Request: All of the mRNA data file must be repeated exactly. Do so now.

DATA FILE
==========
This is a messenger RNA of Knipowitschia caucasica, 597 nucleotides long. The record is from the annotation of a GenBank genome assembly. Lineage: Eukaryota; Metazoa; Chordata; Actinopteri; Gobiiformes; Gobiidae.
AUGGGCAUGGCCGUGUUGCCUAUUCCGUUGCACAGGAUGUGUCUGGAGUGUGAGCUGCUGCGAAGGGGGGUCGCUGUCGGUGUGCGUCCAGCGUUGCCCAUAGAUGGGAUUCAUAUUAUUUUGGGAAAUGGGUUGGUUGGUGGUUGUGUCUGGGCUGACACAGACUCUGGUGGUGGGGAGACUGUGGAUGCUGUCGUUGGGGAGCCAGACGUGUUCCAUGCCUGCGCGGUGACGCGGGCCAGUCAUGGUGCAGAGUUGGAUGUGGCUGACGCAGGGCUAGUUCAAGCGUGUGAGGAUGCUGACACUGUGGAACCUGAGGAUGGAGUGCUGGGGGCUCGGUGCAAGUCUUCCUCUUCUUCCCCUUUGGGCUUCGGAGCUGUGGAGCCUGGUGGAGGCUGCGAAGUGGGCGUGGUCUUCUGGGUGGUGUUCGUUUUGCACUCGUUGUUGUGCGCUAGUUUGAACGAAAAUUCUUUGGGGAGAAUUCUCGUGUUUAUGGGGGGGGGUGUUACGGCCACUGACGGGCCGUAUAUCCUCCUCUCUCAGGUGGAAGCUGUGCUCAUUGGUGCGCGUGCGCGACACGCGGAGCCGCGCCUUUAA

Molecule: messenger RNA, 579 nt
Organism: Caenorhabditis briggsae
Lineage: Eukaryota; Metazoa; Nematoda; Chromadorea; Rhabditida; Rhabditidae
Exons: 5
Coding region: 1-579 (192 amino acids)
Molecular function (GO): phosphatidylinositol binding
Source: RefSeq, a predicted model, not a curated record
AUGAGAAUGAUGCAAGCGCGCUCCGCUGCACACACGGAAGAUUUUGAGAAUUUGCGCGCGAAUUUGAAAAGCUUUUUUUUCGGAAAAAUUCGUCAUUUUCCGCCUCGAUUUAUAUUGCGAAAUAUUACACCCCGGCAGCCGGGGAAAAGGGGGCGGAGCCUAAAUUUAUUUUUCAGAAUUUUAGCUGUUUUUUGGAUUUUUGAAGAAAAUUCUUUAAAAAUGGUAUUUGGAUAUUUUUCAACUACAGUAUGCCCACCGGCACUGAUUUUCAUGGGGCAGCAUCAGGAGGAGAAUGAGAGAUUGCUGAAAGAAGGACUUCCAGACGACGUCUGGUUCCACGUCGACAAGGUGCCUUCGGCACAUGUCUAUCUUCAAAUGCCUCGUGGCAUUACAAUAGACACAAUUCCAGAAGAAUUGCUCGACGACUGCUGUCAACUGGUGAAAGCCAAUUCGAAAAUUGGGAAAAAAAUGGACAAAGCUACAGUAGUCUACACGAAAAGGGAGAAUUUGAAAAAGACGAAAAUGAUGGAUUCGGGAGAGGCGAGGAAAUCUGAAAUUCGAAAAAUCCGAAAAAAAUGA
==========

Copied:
This is a messenger RNA of Knipowitschia caucasica, 597 nucleotides long. The record is from the annotation of a GenBank genome assembly. Lineage: Eukaryota; Metazoa; Chordata; Actinopteri; Gobiiformes; Gobiidae.
AUGGGCAUGGCCGUGUUGCCUAUUCCGUUGCACAGGAUGUGUCUGGAGUGUGAGCUGCUGCGAAGGGGGGUCGCUGUCGGUGUGCGUCCAGCGUUGCCCAUAGAUGGGAUUCAUAUUAUUUUGGGAAAUGGGUUGGUUGGUGGUUGUGUCUGGGCUGACACAGACUCUGGUGGUGGGGAGACUGUGGAUGCUGUCGUUGGGGAGCCAGACGUGUUCCAUGCCUGCGCGGUGACGCGGGCCAGUCAUGGUGCAGAGUUGGAUGUGGCUGACGCAGGGCUAGUUCAAGCGUGUGAGGAUGCUGACACUGUGGAACCUGAGGAUGGAGUGCUGGGGGCUCGGUGCAAGUCUUCCUCUUCUUCCCCUUUGGGCUUCGGAGCUGUGGAGCCUGGUGGAGGCUGCGAAGUGGGCGUGGUCUUCUGGGUGGUGUUCGUUUUGCACUCGUUGUUGUGCGCUAGUUUGAACGAAAAUUCUUUGGGGAGAAUUCUCGUGUUUAUGGGGGGGGGUGUUACGGCCACUGACGGGCCGUAUAUCCUCCUCUCUCAGGUGGAAGCUGUGCUCAUUGGUGCGCGUGCGCGACACGCGGAGCCGCGCCUUUAA

Molecule: messenger RNA, 579 nt
Organism: Caenorhabditis briggsae
Lineage: Eukaryota; Metazoa; Nematoda; Chromadorea; Rhabditida; Rhabditidae
Exons: 5
Coding region: 1-579 (192 amino acids)
Molecular function (GO): phosphatidylinositol binding
Source: RefSeq, a predicted model, not a curated record
AUGAGAAUGAUGCAAGCGCGCUCCGCUGCACACACGGAAGAUUUUGAGAAUUUGCGCGCGAAUUUGAAAAGCUUUUUUUUCGGAAAAAUUCGUCAUUUUCCGCCUCGAUUUAUAUUGCGAAAUAUUACACCCCGGCAGCCGGGGAAAAGGGGGCGGAGCCUAAAUUUAUUUUUCAGAAUUUUAGCUGUUUUUUGGAUUUUUGAAGAAAAUUCUUUAAAAAUGGUAUUUGGAUAUUUUUCAACUACAGUAUGCCCACCGGCACUGAUUUUCAUGGGGCAGCAUCAGGAGGAGAAUGAGAGAUUGCUGAAAGAAGGACUUCCAGACGACGUCUGGUUCCACGUCGACAAGGUGCCUUCGGCACAUGUCUAUCUUCAAAUGCCUCGUGGCAUUACAAUAGACACAAUUCCAGAAGAAUUGCUCGACGACUGCUGUCAACUGGUGAAAGCCAAUUCGAAAAUUGGGAAAAAAAUGGACAAAGCUACAGUAGUCUACACGAAAAGGGAGAAUUUGAAAAAGACGAAAAUGAUGGAUUCGGGAGAGGCGAGGAAAUCUGAAAUUCGAAAAAUCCGAAAAAAAUGA